Once here, through my best friend Jane’s contacts, I met music producer Chris Rosa, who introduced me to an amazing singer named Rocio Mendoza. She and I clicked immediately, and I began to write Mexican boleros that I knew she could sing just the way I’d intended them to be. And it was through her, and these music sessions that I met Wildog Abers of Ozomatli. Amazingly enough, Ozomatli opened up for Maná and Santana in El Paso, Texas when I was 15 yrs old. I had already been writing songs for a few years and had always struggled with how I could possibly fuse my Mexican culture and roots, with my American influences. I always felt I wasn’t American enough, and I wasn’t Mexican enough either.

But their band had figured out how to create a tapestry of styles, and rhythms and they created music the way it was meant to be played. As if borders didn’t exist. It was everything I knew I wanted to do, and more importantly, everything that I was sure I could do. And so, fast forward, I met Wildog Abers, and it changed my life. Ozomatli was the first band to record a song of mine, on their “Fire Away” album. I hadn’t even been in L.A. a year. It was the sign I needed to stay. I remember I stood in that crowd, filled with thousands of people at the Hollywood Bowl all alone. I didn’t have anyone that could go with me because my friends had to work.

My entire family was back home in Durham, as well as all my childhood friends. And when my song started, I realized I’d been holding my breath for what seemed like my whole life. I exhaled so big, then I just stood there and cried.

Overall, has it been relatively smooth? If not, what were some of the struggles along the way?
My experience has been anything but smooth. There is a reason why some call it the beautiful struggle. When I first arrived, some of the industry folks I met wanted me to sign my songs over to them and give them 100% authorship and publishing in exchange for placements. Others promised me the world, while others blocked my path. I was too green to understand that not everyone who looks kind, cares, and that not everyone who looks unkind, doesn’t.

In this industry there are always close calls, you know? You put your life into each song, and they end up in Artist’s or their Management’s hands as quickly as they’re tossed away. And for the most part, it’s nothing personal. Sometimes they love your work, but it isn’t a good fit for them. I’ve had the honor of meeting incredible, and quite gifted artists who I know in my heart will work with me one day, but it hasn’t been the right time just yet. And timing is everything. I respect timing and a good fit more than anything. I don’t believe in forcing things.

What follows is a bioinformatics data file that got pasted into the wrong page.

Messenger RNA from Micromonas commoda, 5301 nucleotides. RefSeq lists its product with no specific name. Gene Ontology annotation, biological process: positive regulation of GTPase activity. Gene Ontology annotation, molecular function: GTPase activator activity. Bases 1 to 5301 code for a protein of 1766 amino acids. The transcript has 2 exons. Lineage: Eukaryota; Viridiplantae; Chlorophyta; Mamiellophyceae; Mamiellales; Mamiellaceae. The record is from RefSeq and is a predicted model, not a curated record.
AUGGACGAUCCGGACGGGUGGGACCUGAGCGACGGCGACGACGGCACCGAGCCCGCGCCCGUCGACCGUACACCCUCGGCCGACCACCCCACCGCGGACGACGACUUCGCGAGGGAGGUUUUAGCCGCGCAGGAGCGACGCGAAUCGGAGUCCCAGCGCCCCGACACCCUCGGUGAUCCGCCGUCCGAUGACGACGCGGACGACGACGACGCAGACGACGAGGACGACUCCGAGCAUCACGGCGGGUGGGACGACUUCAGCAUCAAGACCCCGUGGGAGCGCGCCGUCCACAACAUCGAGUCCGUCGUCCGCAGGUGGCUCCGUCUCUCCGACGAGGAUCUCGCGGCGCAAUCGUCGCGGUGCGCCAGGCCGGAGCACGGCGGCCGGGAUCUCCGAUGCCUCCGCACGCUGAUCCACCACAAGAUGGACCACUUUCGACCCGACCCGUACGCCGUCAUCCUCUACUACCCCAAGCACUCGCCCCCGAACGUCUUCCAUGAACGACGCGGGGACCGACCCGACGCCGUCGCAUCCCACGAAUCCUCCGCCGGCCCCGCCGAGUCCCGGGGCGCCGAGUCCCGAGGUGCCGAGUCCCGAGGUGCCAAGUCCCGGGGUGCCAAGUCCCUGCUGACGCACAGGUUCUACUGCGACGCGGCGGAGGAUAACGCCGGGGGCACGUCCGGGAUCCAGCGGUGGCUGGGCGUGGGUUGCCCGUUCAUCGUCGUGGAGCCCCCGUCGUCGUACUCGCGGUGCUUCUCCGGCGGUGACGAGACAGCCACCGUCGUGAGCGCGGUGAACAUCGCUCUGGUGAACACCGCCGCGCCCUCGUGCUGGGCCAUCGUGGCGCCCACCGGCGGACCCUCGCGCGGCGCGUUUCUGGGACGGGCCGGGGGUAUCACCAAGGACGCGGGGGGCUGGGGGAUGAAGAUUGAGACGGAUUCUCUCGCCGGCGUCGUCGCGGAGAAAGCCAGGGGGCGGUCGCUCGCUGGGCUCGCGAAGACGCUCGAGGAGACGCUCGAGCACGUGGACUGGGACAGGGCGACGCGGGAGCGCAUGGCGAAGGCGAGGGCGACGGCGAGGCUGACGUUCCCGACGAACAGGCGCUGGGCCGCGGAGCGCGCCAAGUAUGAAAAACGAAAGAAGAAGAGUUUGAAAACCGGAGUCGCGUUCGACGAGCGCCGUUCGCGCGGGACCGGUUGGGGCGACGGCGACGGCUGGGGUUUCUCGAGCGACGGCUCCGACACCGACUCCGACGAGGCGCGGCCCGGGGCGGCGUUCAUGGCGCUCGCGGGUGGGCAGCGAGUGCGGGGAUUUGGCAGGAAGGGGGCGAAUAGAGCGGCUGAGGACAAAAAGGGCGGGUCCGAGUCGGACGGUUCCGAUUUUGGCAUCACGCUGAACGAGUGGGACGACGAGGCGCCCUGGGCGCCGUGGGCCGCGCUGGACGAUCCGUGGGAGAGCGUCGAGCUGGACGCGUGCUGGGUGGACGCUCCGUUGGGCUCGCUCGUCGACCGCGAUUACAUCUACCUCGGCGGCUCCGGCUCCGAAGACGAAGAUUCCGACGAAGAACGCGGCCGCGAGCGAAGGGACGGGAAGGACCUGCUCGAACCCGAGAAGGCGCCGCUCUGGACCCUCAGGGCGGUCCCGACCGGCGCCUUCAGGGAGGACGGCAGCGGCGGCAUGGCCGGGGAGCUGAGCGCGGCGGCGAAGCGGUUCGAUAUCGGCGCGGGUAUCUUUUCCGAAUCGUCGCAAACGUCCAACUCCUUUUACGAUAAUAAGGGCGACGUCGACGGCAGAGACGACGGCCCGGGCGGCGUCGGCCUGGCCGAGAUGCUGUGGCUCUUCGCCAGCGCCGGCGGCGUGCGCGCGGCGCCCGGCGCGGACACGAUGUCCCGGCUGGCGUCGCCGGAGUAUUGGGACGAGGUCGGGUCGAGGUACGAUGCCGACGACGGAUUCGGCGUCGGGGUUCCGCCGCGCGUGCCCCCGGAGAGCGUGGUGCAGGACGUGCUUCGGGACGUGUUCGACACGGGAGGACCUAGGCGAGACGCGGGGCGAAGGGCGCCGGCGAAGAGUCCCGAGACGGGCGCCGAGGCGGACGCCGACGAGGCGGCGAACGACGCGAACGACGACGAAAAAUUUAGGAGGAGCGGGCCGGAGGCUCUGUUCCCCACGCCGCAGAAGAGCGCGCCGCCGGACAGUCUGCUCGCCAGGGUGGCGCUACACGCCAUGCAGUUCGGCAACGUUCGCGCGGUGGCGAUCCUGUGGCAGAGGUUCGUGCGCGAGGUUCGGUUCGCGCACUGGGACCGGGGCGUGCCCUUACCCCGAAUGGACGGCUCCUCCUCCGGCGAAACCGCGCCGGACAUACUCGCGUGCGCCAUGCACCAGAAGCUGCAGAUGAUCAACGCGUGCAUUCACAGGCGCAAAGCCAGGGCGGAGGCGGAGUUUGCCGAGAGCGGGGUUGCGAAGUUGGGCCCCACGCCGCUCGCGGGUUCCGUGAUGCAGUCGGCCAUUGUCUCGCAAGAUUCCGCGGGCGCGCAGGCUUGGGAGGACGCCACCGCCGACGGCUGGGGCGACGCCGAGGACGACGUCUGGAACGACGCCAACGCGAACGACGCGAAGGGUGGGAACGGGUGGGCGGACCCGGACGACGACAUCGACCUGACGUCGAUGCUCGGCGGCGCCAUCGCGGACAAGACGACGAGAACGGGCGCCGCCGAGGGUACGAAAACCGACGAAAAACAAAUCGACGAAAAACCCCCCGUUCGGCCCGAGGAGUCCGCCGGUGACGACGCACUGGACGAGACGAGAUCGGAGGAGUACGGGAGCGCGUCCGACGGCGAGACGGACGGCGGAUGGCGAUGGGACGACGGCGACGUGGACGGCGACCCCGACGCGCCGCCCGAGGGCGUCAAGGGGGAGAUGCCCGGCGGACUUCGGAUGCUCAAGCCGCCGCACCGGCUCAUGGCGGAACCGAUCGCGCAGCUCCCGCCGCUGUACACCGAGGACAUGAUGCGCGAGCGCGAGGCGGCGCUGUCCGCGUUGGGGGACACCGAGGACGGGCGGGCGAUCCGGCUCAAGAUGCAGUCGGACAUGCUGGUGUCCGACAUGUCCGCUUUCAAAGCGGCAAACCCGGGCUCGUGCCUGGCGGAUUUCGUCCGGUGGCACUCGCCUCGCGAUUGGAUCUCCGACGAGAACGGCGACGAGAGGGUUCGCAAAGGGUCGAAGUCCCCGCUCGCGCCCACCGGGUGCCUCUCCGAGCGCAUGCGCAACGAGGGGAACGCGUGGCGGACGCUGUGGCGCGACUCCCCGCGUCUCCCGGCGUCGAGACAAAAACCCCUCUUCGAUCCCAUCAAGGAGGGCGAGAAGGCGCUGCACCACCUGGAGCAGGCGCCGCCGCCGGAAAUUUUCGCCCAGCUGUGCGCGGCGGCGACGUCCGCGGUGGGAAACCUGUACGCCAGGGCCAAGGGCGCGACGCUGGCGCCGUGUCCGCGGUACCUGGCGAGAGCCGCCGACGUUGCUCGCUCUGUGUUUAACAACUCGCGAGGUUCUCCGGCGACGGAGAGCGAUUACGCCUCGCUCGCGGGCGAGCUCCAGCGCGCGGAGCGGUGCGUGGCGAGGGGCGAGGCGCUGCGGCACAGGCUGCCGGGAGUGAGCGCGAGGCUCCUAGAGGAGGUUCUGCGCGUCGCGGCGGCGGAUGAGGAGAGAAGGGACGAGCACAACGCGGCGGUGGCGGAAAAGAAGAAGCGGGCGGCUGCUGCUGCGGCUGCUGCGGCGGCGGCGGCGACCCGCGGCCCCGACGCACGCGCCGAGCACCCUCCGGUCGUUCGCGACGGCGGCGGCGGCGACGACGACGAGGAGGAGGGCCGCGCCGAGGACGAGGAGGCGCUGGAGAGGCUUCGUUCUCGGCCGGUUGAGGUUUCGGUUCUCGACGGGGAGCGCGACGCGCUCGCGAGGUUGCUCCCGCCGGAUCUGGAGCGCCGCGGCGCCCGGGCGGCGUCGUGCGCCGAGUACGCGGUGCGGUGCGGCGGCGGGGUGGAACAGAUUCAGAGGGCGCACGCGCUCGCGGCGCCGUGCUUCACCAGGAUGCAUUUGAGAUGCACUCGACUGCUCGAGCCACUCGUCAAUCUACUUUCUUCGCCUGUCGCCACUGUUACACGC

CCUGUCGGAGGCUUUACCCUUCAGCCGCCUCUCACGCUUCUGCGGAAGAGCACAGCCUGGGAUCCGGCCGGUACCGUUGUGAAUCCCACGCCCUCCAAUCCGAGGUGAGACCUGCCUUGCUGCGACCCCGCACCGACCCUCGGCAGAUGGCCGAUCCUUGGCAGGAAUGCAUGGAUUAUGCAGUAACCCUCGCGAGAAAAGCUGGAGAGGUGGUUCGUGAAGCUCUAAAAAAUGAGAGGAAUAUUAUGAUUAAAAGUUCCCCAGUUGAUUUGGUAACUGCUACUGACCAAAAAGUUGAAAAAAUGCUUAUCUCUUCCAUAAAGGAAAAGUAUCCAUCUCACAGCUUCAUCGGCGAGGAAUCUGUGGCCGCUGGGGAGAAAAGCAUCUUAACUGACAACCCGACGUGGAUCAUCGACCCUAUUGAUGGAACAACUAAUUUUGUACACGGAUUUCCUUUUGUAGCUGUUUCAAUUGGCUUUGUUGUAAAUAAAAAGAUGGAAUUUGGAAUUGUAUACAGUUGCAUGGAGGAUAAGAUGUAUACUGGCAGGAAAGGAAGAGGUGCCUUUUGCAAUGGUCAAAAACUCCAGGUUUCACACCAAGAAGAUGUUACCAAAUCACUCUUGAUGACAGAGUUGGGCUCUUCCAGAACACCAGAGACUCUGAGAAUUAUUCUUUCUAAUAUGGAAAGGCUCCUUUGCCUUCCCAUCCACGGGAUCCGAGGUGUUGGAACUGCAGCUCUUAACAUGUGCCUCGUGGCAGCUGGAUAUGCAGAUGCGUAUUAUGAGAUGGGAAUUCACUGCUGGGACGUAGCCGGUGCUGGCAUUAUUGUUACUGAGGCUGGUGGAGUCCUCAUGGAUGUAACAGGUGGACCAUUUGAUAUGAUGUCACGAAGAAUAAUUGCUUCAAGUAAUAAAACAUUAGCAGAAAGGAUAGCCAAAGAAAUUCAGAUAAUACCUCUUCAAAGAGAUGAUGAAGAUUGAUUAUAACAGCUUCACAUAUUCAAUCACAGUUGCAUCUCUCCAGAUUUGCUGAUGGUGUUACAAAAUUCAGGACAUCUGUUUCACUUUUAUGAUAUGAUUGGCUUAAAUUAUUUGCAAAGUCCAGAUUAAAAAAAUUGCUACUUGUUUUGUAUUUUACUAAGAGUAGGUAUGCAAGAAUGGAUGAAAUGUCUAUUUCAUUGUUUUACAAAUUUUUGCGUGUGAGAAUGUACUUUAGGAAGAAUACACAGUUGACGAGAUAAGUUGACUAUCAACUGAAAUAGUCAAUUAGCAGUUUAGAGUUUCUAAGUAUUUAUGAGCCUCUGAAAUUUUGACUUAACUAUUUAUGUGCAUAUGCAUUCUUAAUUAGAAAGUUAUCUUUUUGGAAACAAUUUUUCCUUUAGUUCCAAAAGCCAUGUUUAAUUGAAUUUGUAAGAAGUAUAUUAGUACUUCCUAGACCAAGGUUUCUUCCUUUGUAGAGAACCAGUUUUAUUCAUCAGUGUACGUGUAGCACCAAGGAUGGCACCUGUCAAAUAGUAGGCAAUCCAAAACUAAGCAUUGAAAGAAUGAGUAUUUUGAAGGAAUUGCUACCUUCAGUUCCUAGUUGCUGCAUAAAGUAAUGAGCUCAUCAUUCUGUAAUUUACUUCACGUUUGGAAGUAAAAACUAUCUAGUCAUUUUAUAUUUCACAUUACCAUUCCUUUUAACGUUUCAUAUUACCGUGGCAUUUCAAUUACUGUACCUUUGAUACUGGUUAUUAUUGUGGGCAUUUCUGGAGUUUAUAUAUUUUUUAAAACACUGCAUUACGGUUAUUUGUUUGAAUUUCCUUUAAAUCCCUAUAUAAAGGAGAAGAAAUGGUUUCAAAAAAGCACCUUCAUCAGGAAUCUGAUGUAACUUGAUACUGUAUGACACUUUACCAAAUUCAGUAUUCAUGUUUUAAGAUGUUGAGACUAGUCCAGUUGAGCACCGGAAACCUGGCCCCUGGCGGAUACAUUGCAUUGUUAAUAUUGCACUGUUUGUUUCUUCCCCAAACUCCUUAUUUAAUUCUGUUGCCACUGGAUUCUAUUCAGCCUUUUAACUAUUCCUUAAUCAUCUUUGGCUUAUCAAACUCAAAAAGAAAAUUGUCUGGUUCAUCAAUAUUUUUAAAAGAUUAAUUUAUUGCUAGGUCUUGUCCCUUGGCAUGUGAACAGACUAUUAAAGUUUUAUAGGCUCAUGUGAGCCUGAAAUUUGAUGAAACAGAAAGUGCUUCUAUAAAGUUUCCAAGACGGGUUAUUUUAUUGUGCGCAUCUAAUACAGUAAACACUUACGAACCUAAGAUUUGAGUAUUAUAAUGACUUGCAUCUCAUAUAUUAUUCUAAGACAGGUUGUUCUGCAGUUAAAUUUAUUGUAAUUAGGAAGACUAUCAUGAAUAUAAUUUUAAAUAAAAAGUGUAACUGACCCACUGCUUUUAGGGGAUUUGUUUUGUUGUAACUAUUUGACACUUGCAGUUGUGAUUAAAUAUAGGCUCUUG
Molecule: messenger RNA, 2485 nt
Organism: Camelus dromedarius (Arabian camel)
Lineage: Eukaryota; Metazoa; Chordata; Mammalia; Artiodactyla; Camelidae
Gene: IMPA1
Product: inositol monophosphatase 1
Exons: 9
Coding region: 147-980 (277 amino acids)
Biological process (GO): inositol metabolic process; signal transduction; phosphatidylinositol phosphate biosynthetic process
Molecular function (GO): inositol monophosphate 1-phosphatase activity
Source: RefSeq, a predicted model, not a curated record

It’s the reason why there are songs of mine no one has heard. Because I am waiting for the right person. For the right heart. And yet the in-between times, when the income slows down or doesn’t flow consistently from my music, I still have to pay rent, and bills in one of the most expensive cities in this country. So that’s where my degree has come in handy. Thanks, Mom and Dad. I am able to juggle like most folks in L.A., what I have to do, in order to do, what I want to do.

But I am nothing if I don’t create. I am not honest if I don’t write. I am not whole if I don’t sing. So I’m still here, giving it my all.

We’d love to hear more about what you do.
I am a singer-songwriter, so I have my own band called The Band ILKA. And I also write songs for other artists. I met my bandmates Anthony and Victor Duran through a mentor I had that worked within Regional Mexican music, named Rene Vargas. They are twin brothers from Riverside, California and are two of the kindest, most talented and naturally gifted people I’ve ever met. We got together for our first jam session to see if we’d work out as a band, and we haven’t given up on each other since. We’re going on four years, and they’ve always given 100% whether we got paid or not.Driving in from Riverside for rehearsals, recordings, and shows. It’s wild. But they are my family.

A couple of years ago, we added Drew Love as our percussionist and our sound has fully evolved into something I can proudly say is uniquely Us. We’re an acoustic band, consisting of vocals, guitar, bass, and Cajon. We are a fusion of Latin rhythms, blues, soul, country, and folk. We released a self-titled album in 2015 which can be found on iTunes and Spotify but our next album, is currently under creation, and I’m damn excited about what we have in store for Y’all. Because this one is 100% truth.